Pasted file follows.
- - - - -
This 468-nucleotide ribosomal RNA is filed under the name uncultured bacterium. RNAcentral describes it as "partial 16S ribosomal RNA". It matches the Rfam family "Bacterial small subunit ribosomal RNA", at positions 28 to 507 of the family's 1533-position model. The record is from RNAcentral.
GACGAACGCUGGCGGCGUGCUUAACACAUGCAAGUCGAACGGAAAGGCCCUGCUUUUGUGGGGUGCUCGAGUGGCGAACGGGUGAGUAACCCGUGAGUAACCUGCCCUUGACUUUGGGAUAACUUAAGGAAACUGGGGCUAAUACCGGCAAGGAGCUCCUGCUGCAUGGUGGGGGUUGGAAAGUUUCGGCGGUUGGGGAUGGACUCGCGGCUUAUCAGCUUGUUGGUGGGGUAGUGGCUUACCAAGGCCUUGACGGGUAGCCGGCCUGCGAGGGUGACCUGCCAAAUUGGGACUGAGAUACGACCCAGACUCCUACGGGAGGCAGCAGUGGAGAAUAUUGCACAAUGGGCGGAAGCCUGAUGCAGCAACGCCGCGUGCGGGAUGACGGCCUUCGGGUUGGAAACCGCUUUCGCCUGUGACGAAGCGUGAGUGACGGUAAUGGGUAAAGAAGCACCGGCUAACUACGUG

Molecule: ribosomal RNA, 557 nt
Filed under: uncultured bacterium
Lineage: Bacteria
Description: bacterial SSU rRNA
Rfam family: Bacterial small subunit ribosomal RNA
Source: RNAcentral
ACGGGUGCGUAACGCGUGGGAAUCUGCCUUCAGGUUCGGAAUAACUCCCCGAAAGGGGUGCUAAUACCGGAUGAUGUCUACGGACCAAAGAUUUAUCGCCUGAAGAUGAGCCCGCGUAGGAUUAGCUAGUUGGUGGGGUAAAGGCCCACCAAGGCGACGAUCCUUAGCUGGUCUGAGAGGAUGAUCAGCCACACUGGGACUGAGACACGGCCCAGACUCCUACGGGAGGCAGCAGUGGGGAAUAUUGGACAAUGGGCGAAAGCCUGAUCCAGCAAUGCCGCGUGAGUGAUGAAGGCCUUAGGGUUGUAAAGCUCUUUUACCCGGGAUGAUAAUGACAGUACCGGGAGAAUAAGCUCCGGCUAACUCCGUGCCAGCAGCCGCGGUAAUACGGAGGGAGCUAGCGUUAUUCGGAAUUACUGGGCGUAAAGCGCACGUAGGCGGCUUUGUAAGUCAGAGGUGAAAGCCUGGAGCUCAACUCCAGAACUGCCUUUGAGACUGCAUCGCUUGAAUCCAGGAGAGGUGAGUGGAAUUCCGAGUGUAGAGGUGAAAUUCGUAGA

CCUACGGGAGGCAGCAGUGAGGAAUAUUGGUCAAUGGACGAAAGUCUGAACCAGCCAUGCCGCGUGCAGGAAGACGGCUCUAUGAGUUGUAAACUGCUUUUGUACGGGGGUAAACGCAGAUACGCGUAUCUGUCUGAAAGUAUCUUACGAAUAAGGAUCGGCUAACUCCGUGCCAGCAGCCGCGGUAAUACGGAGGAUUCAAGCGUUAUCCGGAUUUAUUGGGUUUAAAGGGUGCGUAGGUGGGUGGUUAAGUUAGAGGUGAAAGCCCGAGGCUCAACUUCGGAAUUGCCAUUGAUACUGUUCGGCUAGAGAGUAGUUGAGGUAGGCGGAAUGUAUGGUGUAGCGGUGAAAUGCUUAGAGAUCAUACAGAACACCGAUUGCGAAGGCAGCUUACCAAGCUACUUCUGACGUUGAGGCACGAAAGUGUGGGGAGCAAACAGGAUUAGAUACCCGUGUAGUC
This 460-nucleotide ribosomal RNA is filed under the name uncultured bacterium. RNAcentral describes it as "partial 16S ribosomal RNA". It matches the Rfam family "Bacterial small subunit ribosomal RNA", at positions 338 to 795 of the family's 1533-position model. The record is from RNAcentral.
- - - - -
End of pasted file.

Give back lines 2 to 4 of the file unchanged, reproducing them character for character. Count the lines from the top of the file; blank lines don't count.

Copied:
GACGAACGCUGGCGGCGUGCUUAACACAUGCAAGUCGAACGGAAAGGCCCUGCUUUUGUGGGGUGCUCGAGUGGCGAACGGGUGAGUAACCCGUGAGUAACCUGCCCUUGACUUUGGGAUAACUUAAGGAAACUGGGGCUAAUACCGGCAAGGAGCUCCUGCUGCAUGGUGGGGGUUGGAAAGUUUCGGCGGUUGGGGAUGGACUCGCGGCUUAUCAGCUUGUUGGUGGGGUAGUGGCUUACCAAGGCCUUGACGGGUAGCCGGCCUGCGAGGGUGACCUGCCAAAUUGGGACUGAGAUACGACCCAGACUCCUACGGGAGGCAGCAGUGGAGAAUAUUGCACAAUGGGCGGAAGCCUGAUGCAGCAACGCCGCGUGCGGGAUGACGGCCUUCGGGUUGGAAACCGCUUUCGCCUGUGACGAAGCGUGAGUGACGGUAAUGGGUAAAGAAGCACCGGCUAACUACGUG

Molecule: ribosomal RNA, 557 nt
Filed under: uncultured bacterium